When I quickly researching Stage Door last night, I stumbled upon this glorious YouTube gem. From 1971, it is Ginger Rogers and Lucille Ball dancing the Charleston in the sitcom Here’s Lucy. It is pure bliss. Enjoy.
I’ve watched this a few times now and Ginger’s line as she leaves, “Please, please become a Katharine Hepburn fan,” just makes me giggle with delight. Even more having watched Stage Door, which stars all three actresses, just last night.
And how does Ginger’s Charleston above compare to her Charleston in Roxie Hart from 1942? It is pretty damn good.
Something remarkable happens within the first minutes of Stage Door (1937). Ginger Rogers rips the stockings off of Gail Patrick’s legs as a group of women gather and watch the spectacle unfold before them. The other women heckle as Rogers and Patrick exchange insult after insult. Who are these women and what has gotten into them?
They are, as we soon learn, aspiring Broadway actresses living in the Footlights Club, a New York City boarding house. These women are all fighting for their one shot at stardom. Most of them have been out of work for over year; it is the Depression after all and work is hard to come by. There is Kay (Andrea Leeds) who is clinging to the hope that her past success will land her the next big role. Linda (Patrick) believes her cushy relationship with a producer will get her somewhere fast. Then there is newcomer Terry Randall, played magnificently by Katharine Hepburn, whose pompous attitude quickly gets under the snarky Jean’s (Rogers) skin.
With Stage Door, Hepburn shows her tremendous range. In one scene her performance is absolutely horrendous and she is nearly unbearable to watch as she argues with a frustrated producer, playwright and director. Minutes later, Hepburn performs the same scene (“The calla lilies are in full bloom.”) and she morphs into something else. Her performance is profound and iconic. Ginger Rogers, whose screen persona is so heavily intertwined with Fred Astaire, even the most astute lover of classic cinema can forget her enormous talent. The sharp dialogue rolls off her tongue faster than she can tap dance. And Kay’s depression, thanks to some heightened lighting and camera angles, borders on extreme melodrama but it is given tremendous depth and poignancy in Andrea Leeds’ hands.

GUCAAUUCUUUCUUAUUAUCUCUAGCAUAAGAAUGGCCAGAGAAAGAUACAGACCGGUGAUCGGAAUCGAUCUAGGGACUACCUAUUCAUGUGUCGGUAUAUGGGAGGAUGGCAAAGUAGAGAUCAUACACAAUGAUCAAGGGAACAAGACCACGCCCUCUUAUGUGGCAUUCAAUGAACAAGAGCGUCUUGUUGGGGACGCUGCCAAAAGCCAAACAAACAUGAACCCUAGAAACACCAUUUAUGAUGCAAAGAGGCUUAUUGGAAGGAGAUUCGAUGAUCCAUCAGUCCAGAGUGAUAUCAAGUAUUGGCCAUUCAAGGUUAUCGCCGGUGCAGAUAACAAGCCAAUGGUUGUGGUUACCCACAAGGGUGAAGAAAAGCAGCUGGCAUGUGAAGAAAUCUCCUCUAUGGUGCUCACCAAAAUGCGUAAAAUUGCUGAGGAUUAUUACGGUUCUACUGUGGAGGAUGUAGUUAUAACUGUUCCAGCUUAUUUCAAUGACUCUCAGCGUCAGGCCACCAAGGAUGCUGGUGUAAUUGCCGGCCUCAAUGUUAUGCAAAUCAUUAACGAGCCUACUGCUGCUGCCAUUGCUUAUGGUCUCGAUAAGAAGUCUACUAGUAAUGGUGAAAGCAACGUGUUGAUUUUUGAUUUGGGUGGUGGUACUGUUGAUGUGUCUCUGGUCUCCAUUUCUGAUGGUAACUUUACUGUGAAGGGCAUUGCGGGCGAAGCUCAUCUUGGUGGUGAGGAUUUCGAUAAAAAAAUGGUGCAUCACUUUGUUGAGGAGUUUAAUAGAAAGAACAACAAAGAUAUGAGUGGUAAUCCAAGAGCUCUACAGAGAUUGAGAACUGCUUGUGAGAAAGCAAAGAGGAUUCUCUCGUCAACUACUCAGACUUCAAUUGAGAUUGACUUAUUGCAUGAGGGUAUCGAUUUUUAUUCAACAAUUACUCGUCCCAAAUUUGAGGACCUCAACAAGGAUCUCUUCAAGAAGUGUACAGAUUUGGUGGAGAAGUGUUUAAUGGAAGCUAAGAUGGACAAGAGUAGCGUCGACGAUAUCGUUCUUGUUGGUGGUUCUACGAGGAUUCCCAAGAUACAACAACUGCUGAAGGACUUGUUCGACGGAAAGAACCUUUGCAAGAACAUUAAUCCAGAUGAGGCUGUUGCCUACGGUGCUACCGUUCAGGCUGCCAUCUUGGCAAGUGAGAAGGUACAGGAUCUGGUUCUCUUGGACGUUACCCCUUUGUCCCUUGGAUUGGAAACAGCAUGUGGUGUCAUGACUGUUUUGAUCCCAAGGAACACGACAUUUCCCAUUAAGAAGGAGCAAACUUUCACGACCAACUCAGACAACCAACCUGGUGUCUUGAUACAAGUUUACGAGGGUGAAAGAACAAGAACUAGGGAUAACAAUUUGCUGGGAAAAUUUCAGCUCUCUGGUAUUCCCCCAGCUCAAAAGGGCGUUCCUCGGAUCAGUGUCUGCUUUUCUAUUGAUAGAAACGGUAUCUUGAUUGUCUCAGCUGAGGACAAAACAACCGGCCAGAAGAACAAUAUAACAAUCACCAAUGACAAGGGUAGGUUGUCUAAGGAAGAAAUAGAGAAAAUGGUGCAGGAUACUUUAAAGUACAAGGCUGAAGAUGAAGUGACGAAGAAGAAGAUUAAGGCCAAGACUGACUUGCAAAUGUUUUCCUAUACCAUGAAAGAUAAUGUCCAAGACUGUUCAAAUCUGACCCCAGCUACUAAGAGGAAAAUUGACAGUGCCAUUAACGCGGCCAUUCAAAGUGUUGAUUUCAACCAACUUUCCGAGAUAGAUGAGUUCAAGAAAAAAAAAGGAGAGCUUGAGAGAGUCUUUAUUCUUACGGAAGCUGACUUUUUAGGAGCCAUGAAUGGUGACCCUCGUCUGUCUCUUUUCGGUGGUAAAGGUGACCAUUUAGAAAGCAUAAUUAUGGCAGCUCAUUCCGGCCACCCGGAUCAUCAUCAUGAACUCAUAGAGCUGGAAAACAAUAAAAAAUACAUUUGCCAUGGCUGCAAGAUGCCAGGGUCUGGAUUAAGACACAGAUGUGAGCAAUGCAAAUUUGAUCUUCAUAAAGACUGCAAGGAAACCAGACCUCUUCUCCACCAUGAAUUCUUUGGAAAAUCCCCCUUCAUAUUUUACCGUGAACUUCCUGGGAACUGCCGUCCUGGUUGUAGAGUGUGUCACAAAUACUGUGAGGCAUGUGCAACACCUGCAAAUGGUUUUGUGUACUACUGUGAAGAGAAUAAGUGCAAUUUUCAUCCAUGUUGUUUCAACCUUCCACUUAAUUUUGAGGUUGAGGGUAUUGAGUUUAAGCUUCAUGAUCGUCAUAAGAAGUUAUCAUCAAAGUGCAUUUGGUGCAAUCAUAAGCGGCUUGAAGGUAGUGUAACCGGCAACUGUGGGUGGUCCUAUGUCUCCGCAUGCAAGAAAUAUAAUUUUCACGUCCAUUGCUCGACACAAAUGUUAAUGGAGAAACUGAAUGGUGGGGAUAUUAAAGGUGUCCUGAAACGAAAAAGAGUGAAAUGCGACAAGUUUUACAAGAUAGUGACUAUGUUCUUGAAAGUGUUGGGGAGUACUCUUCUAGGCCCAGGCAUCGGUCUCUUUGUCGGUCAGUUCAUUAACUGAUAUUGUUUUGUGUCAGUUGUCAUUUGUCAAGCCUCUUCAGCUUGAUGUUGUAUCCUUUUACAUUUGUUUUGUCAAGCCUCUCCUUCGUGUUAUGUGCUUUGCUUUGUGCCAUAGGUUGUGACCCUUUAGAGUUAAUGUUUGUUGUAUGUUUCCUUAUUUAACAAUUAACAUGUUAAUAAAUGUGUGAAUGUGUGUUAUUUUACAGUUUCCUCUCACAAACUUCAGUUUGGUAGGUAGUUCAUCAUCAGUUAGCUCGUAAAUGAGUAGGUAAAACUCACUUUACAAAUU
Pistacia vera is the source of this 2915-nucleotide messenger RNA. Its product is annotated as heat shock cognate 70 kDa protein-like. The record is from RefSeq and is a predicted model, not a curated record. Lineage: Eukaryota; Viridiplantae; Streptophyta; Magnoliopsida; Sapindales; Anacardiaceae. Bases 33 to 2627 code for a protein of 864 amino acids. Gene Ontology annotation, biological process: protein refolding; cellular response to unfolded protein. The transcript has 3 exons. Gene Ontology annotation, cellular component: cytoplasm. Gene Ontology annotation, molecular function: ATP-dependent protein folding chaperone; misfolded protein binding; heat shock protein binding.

It is how Stage Door presents and embraces female solidarity on the screen that bolsters its lasting impression. From the outset, it is clear that Stage Door is just a women’s film. It is almost 20 minutes before a male is given a speaking role in the film and after that, only Adolphe Menjou exchanges heated words with a fiery Hepburn.
Female relationships in this film are not belittled to petty bickering (stockings aside) or melodramatic antics. The dialogue is smart and blisteringly funny. The insults tossed around by Rogers, Hepburn and company feels like banter among friends. It is through that feeling of connectivity that the women in Stage Door are given a leg up on any male in this fill. Their endlessly witty and intelligent conversations tower above anything Menjou gets to say.
The female relationships in Stage Door most often revolve around the women’s common passion for the theater and their desire for a career. Their lives are not solely centered on settling into marriage. Yes, Lucille Ball’s Judy winds up married and Menjou’s powerful producer Andrew Powell is very much a puppeteer. But at the film’s conclusion, it is not Judy’s marriage or Powell’s authoritative hand that matters. It is the relationship between these women that towers above. The Footlights Club is a family. That point is made time and time again.
The closing sequence, set approximately six months after Terry Randall first enters the Footlights Club, is a near-mirror image of the opening. Hattie is seen sweeping the floor before the camera pans up to reveal the other women sitting in the living room. They laugh, they celebrate one girl finally getting a bit part, and they move wildly about the room with the same rapid dialogue we have grown accustomed to. Judy struggles to leave the living room and to the taxi where her bridegroom waits. Symbolically Terry and Jean sing “Here Comes the Bride” as they carry her over the threshold and out the door. They are moving her from the safety and comfort of the boarding house, where there is boundless female solidarity, to the reality of marriage, family, and a male-dominated, patriarchal world.
Judith is leaving for that world yet there is comfort taken in when the next fresh-faced, starry-eyed aspiring actress arrives at the Footlights Club. She is ushered and welcomed in just as Terry was at the film’s start. The world of the boarding house will continue even if the women who live there cannot always escape what society demands for them.
Beginning March 23, you can own The African Queen on DVD. The 1951 classic starring Humphrey Bogart and Katharine Hepburn has never been released on DVD until now.
So why the wait? Paramount took six years to restore the film using 4k digital technology. Jack Cardiff, the film’s cinematographer who passed away in April 2009, provided his commentary of the film for Paramount. Other special features include a new documentary, Embracing Chaos: Making The African Queen, about the making of The African Queen. Martin Scorsese is one of the film experts interviewed for the documentary.